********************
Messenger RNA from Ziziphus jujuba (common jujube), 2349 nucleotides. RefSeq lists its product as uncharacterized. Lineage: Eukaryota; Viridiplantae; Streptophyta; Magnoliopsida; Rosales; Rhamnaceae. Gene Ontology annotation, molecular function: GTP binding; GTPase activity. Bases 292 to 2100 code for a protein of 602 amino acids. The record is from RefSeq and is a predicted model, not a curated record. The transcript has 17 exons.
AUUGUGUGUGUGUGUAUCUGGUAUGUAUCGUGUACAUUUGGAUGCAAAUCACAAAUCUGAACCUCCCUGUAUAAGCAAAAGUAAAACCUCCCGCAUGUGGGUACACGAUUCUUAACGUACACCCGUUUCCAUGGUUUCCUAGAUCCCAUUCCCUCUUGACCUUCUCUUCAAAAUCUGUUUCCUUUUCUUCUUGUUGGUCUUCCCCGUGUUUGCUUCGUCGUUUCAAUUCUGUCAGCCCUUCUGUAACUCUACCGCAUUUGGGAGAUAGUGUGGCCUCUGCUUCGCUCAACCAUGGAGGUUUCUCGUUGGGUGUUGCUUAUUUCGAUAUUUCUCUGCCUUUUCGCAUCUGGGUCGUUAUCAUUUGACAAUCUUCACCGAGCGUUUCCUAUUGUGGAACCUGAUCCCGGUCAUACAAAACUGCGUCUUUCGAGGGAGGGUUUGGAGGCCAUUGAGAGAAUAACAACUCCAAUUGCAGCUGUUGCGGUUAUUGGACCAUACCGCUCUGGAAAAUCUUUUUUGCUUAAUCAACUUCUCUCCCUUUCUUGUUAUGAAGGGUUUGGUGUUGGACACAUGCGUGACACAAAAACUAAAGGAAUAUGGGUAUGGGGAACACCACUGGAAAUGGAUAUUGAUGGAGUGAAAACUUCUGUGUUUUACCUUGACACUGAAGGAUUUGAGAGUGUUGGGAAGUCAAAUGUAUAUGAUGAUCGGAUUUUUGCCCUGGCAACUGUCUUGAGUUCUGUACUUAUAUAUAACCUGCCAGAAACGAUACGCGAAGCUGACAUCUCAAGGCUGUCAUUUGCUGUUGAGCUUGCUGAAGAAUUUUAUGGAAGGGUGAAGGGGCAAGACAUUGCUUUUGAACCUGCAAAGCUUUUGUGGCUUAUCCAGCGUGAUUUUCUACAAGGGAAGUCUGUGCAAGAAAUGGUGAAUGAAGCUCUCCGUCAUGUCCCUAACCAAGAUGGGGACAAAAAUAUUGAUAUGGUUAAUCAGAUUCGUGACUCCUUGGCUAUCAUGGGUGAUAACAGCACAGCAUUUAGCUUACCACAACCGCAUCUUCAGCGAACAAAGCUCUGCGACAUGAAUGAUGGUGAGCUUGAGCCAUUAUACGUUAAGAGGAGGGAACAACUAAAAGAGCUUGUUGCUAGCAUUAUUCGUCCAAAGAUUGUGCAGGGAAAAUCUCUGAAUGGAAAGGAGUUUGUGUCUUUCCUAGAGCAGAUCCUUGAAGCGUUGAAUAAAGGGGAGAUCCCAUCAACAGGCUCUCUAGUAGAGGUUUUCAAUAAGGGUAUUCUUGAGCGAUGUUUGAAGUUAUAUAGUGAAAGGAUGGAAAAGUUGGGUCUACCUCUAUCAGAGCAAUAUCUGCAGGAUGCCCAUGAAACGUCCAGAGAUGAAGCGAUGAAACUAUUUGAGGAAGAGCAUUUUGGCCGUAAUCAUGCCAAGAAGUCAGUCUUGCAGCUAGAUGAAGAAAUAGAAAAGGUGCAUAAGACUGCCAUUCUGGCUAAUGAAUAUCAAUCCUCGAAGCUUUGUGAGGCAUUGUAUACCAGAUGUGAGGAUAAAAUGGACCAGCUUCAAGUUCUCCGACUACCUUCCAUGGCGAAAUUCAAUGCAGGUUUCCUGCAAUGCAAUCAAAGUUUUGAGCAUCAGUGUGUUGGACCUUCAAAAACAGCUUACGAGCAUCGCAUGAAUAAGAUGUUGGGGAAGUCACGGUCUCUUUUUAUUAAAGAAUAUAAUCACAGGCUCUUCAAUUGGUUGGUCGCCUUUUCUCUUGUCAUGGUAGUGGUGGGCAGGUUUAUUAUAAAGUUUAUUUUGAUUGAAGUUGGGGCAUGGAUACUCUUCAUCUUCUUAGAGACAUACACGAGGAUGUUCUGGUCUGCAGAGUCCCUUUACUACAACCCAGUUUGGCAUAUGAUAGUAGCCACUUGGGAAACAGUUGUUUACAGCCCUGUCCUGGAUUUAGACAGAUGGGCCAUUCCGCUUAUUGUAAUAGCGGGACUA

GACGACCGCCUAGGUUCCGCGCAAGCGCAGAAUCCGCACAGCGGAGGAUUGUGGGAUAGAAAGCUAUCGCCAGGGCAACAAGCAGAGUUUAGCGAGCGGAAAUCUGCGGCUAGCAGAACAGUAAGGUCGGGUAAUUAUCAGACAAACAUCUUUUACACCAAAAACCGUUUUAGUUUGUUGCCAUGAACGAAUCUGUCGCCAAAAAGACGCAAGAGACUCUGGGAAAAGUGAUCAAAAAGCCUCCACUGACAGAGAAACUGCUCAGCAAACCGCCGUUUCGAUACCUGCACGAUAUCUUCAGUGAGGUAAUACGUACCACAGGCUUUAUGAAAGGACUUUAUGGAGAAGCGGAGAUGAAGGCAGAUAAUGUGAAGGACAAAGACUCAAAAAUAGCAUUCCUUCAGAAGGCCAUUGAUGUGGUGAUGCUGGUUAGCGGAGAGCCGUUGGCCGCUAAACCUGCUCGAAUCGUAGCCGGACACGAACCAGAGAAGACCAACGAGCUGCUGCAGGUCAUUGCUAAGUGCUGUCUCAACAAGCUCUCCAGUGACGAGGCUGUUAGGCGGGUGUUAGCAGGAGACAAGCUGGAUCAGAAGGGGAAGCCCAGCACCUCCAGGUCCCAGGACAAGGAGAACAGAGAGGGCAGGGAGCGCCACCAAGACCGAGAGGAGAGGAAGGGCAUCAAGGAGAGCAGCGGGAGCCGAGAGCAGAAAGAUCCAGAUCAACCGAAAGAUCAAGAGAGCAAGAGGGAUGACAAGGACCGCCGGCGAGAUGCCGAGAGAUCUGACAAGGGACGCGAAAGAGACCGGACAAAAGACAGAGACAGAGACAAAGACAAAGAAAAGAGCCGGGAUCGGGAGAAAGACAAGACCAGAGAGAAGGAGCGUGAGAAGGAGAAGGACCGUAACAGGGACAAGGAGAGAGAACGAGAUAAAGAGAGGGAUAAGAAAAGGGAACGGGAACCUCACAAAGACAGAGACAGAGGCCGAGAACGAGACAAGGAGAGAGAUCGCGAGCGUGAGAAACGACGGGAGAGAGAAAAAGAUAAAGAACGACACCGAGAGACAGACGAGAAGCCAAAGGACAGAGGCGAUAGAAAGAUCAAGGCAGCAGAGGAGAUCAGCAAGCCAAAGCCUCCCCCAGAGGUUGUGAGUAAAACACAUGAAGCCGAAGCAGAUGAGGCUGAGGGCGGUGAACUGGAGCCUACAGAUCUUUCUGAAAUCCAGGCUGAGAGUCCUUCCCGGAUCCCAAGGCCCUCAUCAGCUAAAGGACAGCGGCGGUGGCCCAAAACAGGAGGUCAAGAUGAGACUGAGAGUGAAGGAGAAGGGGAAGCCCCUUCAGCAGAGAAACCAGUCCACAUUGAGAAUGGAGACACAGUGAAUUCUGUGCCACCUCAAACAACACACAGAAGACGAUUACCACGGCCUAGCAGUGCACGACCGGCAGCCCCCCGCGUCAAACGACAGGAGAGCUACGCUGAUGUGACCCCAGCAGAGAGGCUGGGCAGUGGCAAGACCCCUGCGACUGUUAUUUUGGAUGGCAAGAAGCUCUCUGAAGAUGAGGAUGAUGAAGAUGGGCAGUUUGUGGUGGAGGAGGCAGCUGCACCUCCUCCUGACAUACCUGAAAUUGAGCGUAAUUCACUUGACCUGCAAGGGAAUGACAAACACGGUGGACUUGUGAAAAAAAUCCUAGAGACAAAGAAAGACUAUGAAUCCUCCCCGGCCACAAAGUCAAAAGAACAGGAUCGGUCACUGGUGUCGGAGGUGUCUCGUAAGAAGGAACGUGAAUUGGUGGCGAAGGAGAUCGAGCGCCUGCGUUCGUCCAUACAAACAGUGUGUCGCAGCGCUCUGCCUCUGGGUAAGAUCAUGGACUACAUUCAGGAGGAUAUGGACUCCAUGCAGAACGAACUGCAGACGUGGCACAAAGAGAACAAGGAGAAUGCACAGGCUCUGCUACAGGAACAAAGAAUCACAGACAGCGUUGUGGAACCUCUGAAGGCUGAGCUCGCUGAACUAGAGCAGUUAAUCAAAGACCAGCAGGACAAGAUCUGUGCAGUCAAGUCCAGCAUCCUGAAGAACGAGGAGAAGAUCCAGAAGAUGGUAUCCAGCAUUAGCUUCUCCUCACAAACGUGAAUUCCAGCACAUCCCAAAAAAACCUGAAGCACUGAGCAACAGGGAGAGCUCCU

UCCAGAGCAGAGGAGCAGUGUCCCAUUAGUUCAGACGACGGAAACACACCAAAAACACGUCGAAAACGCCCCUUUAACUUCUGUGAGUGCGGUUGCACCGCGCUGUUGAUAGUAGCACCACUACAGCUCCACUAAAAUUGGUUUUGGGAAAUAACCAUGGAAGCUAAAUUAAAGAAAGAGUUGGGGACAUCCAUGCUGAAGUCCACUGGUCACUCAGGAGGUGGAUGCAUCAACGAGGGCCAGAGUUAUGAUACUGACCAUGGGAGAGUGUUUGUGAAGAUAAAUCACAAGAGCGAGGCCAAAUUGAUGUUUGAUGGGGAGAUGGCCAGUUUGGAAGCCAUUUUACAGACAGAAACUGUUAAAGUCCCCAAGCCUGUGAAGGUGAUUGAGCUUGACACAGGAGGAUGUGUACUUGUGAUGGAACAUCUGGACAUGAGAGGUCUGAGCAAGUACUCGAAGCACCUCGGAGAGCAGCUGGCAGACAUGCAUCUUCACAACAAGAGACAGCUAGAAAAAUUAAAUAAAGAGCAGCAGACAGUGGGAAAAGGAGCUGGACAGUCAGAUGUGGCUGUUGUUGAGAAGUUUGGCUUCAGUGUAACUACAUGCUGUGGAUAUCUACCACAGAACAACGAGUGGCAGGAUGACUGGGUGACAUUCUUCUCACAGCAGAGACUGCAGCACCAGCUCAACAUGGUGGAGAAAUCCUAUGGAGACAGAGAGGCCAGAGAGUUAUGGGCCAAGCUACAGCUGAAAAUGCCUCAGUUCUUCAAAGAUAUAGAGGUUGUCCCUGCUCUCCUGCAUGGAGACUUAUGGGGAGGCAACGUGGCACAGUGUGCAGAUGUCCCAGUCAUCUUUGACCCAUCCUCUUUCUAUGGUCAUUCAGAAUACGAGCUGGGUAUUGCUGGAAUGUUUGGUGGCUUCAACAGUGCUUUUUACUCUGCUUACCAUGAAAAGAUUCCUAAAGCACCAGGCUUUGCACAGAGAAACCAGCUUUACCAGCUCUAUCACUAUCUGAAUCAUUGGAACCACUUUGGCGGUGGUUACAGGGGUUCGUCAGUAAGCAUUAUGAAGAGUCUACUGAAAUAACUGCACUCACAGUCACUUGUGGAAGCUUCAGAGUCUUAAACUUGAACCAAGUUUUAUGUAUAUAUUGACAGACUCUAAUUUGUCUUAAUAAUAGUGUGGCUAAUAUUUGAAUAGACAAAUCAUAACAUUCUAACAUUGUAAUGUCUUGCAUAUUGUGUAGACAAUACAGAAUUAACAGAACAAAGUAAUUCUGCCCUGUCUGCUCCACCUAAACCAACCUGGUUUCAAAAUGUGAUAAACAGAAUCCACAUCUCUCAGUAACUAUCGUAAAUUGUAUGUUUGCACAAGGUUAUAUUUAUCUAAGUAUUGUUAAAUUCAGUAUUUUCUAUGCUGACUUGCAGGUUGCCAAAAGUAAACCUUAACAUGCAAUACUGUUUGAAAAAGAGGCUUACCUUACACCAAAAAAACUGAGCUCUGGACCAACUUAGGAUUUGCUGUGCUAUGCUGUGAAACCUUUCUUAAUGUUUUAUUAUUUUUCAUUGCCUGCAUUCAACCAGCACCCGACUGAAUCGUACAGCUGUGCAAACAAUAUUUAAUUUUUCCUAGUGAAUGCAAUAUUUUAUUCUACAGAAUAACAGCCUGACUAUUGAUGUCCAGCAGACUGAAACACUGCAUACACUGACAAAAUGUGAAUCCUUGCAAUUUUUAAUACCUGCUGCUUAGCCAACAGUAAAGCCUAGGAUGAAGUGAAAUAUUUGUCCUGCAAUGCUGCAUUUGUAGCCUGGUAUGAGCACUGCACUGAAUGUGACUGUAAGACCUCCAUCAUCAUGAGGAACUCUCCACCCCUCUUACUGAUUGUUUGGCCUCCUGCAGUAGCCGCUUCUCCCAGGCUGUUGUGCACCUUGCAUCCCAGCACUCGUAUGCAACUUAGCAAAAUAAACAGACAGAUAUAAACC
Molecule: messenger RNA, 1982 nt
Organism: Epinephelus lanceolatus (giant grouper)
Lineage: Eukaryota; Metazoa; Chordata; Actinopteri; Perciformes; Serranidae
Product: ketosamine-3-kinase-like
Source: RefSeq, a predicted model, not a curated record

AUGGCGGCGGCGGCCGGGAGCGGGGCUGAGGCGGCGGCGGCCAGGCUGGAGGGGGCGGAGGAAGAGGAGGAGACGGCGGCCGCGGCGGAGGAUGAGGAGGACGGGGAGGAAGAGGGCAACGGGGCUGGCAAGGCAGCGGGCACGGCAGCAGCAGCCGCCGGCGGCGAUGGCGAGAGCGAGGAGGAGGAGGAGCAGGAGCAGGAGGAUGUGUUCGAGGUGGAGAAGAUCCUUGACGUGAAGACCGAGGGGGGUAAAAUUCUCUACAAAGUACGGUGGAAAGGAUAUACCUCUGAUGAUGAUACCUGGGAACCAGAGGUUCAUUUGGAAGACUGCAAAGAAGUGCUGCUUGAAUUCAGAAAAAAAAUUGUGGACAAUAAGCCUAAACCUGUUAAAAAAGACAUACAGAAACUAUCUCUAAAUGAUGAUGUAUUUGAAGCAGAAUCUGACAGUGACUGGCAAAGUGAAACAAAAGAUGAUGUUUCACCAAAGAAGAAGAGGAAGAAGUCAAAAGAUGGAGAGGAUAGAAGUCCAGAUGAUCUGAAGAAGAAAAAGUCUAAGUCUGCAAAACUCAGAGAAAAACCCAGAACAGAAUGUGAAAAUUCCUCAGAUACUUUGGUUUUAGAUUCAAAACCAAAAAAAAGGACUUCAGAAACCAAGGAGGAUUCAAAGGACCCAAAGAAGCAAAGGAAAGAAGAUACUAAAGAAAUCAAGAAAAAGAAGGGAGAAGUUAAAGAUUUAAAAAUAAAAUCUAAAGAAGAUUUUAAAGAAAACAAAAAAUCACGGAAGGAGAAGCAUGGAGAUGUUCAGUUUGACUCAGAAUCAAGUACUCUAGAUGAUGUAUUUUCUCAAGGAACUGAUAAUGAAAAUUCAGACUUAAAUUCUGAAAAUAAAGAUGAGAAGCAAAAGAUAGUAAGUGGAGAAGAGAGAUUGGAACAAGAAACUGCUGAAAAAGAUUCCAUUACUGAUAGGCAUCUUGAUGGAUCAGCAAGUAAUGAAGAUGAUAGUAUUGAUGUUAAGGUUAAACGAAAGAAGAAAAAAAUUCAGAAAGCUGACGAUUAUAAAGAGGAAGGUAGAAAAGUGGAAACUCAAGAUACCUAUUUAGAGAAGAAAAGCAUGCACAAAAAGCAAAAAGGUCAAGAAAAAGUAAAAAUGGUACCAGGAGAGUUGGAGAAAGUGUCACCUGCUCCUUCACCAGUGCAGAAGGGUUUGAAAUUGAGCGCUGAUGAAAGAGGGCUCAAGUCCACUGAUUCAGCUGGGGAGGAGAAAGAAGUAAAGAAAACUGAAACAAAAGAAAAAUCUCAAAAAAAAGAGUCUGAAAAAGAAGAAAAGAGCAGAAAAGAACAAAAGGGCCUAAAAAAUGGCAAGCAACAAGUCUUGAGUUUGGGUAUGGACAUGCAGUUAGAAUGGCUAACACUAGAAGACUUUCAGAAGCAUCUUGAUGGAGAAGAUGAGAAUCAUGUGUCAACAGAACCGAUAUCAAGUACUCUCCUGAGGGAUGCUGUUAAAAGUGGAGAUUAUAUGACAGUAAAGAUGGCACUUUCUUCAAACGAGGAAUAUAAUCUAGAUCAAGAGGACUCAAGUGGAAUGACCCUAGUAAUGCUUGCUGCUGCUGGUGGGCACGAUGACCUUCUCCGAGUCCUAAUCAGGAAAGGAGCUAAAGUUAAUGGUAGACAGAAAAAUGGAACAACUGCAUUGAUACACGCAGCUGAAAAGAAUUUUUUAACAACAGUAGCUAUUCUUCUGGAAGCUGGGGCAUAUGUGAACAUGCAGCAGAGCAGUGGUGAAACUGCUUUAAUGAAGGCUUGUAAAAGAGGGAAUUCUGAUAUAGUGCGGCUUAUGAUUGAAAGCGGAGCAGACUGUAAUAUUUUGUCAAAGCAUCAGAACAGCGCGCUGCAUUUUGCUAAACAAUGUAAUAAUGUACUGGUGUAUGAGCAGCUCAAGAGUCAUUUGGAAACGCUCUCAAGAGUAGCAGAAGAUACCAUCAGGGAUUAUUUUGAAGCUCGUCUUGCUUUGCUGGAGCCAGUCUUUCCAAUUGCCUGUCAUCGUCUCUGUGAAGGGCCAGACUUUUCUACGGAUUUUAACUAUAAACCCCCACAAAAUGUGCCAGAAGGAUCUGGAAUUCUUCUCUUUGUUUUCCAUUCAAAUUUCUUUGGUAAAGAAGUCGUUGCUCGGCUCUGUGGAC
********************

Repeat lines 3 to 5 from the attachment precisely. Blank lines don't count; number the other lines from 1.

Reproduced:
GACGACCGCCUAGGUUCCGCGCAAGCGCAGAAUCCGCACAGCGGAGGAUUGUGGGAUAGAAAGCUAUCGCCAGGGCAACAAGCAGAGUUUAGCGAGCGGAAAUCUGCGGCUAGCAGAACAGUAAGGUCGGGUAAUUAUCAGACAAACAUCUUUUACACCAAAAACCGUUUUAGUUUGUUGCCAUGAACGAAUCUGUCGCCAAAAAGACGCAAGAGACUCUGGGAAAAGUGAUCAAAAAGCCUCCACUGACAGAGAAACUGCUCAGCAAACCGCCGUUUCGAUACCUGCACGAUAUCUUCAGUGAGGUAAUACGUACCACAGGCUUUAUGAAAGGACUUUAUGGAGAAGCGGAGAUGAAGGCAGAUAAUGUGAAGGACAAAGACUCAAAAAUAGCAUUCCUUCAGAAGGCCAUUGAUGUGGUGAUGCUGGUUAGCGGAGAGCCGUUGGCCGCUAAACCUGCUCGAAUCGUAGCCGGACACGAACCAGAGAAGACCAACGAGCUGCUGCAGGUCAUUGCUAAGUGCUGUCUCAACAAGCUCUCCAGUGACGAGGCUGUUAGGCGGGUGUUAGCAGGAGACAAGCUGGAUCAGAAGGGGAAGCCCAGCACCUCCAGGUCCCAGGACAAGGAGAACAGAGAGGGCAGGGAGCGCCACCAAGACCGAGAGGAGAGGAAGGGCAUCAAGGAGAGCAGCGGGAGCCGAGAGCAGAAAGAUCCAGAUCAACCGAAAGAUCAAGAGAGCAAGAGGGAUGACAAGGACCGCCGGCGAGAUGCCGAGAGAUCUGACAAGGGACGCGAAAGAGACCGGACAAAAGACAGAGACAGAGACAAAGACAAAGAAAAGAGCCGGGAUCGGGAGAAAGACAAGACCAGAGAGAAGGAGCGUGAGAAGGAGAAGGACCGUAACAGGGACAAGGAGAGAGAACGAGAUAAAGAGAGGGAUAAGAAAAGGGAACGGGAACCUCACAAAGACAGAGACAGAGGCCGAGAACGAGACAAGGAGAGAGAUCGCGAGCGUGAGAAACGACGGGAGAGAGAAAAAGAUAAAGAACGACACCGAGAGACAGACGAGAAGCCAAAGGACAGAGGCGAUAGAAAGAUCAAGGCAGCAGAGGAGAUCAGCAAGCCAAAGCCUCCCCCAGAGGUUGUGAGUAAAACACAUGAAGCCGAAGCAGAUGAGGCUGAGGGCGGUGAACUGGAGCCUACAGAUCUUUCUGAAAUCCAGGCUGAGAGUCCUUCCCGGAUCCCAAGGCCCUCAUCAGCUAAAGGACAGCGGCGGUGGCCCAAAACAGGAGGUCAAGAUGAGACUGAGAGUGAAGGAGAAGGGGAAGCCCCUUCAGCAGAGAAACCAGUCCACAUUGAGAAUGGAGACACAGUGAAUUCUGUGCCACCUCAAACAACACACAGAAGACGAUUACCACGGCCUAGCAGUGCACGACCGGCAGCCCCCCGCGUCAAACGACAGGAGAGCUACGCUGAUGUGACCCCAGCAGAGAGGCUGGGCAGUGGCAAGACCCCUGCGACUGUUAUUUUGGAUGGCAAGAAGCUCUCUGAAGAUGAGGAUGAUGAAGAUGGGCAGUUUGUGGUGGAGGAGGCAGCUGCACCUCCUCCUGACAUACCUGAAAUUGAGCGUAAUUCACUUGACCUGCAAGGGAAUGACAAACACGGUGGACUUGUGAAAAAAAUCCUAGAGACAAAGAAAGACUAUGAAUCCUCCCCGGCCACAAAGUCAAAAGAACAGGAUCGGUCACUGGUGUCGGAGGUGUCUCGUAAGAAGGAACGUGAAUUGGUGGCGAAGGAGAUCGAGCGCCUGCGUUCGUCCAUACAAACAGUGUGUCGCAGCGCUCUGCCUCUGGGUAAGAUCAUGGACUACAUUCAGGAGGAUAUGGACUCCAUGCAGAACGAACUGCAGACGUGGCACAAAGAGAACAAGGAGAAUGCACAGGCUCUGCUACAGGAACAAAGAAUCACAGACAGCGUUGUGGAACCUCUGAAGGCUGAGCUCGCUGAACUAGAGCAGUUAAUCAAAGACCAGCAGGACAAGAUCUGUGCAGUCAAGUCCAGCAUCCUGAAGAACGAGGAGAAGAUCCAGAAGAUGGUAUCCAGCAUUAGCUUCUCCUCACAAACGUGAAUUCCAGCACAUCCCAAAAAAACCUGAAGCACUGAGCAACAGGGAGAGCUCCU

UCCAGAGCAGAGGAGCAGUGUCCCAUUAGUUCAGACGACGGAAACACACCAAAAACACGUCGAAAACGCCCCUUUAACUUCUGUGAGUGCGGUUGCACCGCGCUGUUGAUAGUAGCACCACUACAGCUCCACUAAAAUUGGUUUUGGGAAAUAACCAUGGAAGCUAAAUUAAAGAAAGAGUUGGGGACAUCCAUGCUGAAGUCCACUGGUCACUCAGGAGGUGGAUGCAUCAACGAGGGCCAGAGUUAUGAUACUGACCAUGGGAGAGUGUUUGUGAAGAUAAAUCACAAGAGCGAGGCCAAAUUGAUGUUUGAUGGGGAGAUGGCCAGUUUGGAAGCCAUUUUACAGACAGAAACUGUUAAAGUCCCCAAGCCUGUGAAGGUGAUUGAGCUUGACACAGGAGGAUGUGUACUUGUGAUGGAACAUCUGGACAUGAGAGGUCUGAGCAAGUACUCGAAGCACCUCGGAGAGCAGCUGGCAGACAUGCAUCUUCACAACAAGAGACAGCUAGAAAAAUUAAAUAAAGAGCAGCAGACAGUGGGAAAAGGAGCUGGACAGUCAGAUGUGGCUGUUGUUGAGAAGUUUGGCUUCAGUGUAACUACAUGCUGUGGAUAUCUACCACAGAACAACGAGUGGCAGGAUGACUGGGUGACAUUCUUCUCACAGCAGAGACUGCAGCACCAGCUCAACAUGGUGGAGAAAUCCUAUGGAGACAGAGAGGCCAGAGAGUUAUGGGCCAAGCUACAGCUGAAAAUGCCUCAGUUCUUCAAAGAUAUAGAGGUUGUCCCUGCUCUCCUGCAUGGAGACUUAUGGGGAGGCAACGUGGCACAGUGUGCAGAUGUCCCAGUCAUCUUUGACCCAUCCUCUUUCUAUGGUCAUUCAGAAUACGAGCUGGGUAUUGCUGGAAUGUUUGGUGGCUUCAACAGUGCUUUUUACUCUGCUUACCAUGAAAAGAUUCCUAAAGCACCAGGCUUUGCACAGAGAAACCAGCUUUACCAGCUCUAUCACUAUCUGAAUCAUUGGAACCACUUUGGCGGUGGUUACAGGGGUUCGUCAGUAAGCAUUAUGAAGAGUCUACUGAAAUAACUGCACUCACAGUCACUUGUGGAAGCUUCAGAGUCUUAAACUUGAACCAAGUUUUAUGUAUAUAUUGACAGACUCUAAUUUGUCUUAAUAAUAGUGUGGCUAAUAUUUGAAUAGACAAAUCAUAACAUUCUAACAUUGUAAUGUCUUGCAUAUUGUGUAGACAAUACAGAAUUAACAGAACAAAGUAAUUCUGCCCUGUCUGCUCCACCUAAACCAACCUGGUUUCAAAAUGUGAUAAACAGAAUCCACAUCUCUCAGUAACUAUCGUAAAUUGUAUGUUUGCACAAGGUUAUAUUUAUCUAAGUAUUGUUAAAUUCAGUAUUUUCUAUGCUGACUUGCAGGUUGCCAAAAGUAAACCUUAACAUGCAAUACUGUUUGAAAAAGAGGCUUACCUUACACCAAAAAAACUGAGCUCUGGACCAACUUAGGAUUUGCUGUGCUAUGCUGUGAAACCUUUCUUAAUGUUUUAUUAUUUUUCAUUGCCUGCAUUCAACCAGCACCCGACUGAAUCGUACAGCUGUGCAAACAAUAUUUAAUUUUUCCUAGUGAAUGCAAUAUUUUAUUCUACAGAAUAACAGCCUGACUAUUGAUGUCCAGCAGACUGAAACACUGCAUACACUGACAAAAUGUGAAUCCUUGCAAUUUUUAAUACCUGCUGCUUAGCCAACAGUAAAGCCUAGGAUGAAGUGAAAUAUUUGUCCUGCAAUGCUGCAUUUGUAGCCUGGUAUGAGCACUGCACUGAAUGUGACUGUAAGACCUCCAUCAUCAUGAGGAACUCUCCACCCCUCUUACUGAUUGUUUGGCCUCCUGCAGUAGCCGCUUCUCCCAGGCUGUUGUGCACCUUGCAUCCCAGCACUCGUAUGCAACUUAGCAAAAUAAACAGACAGAUAUAAACC
Molecule: messenger RNA, 1982 nt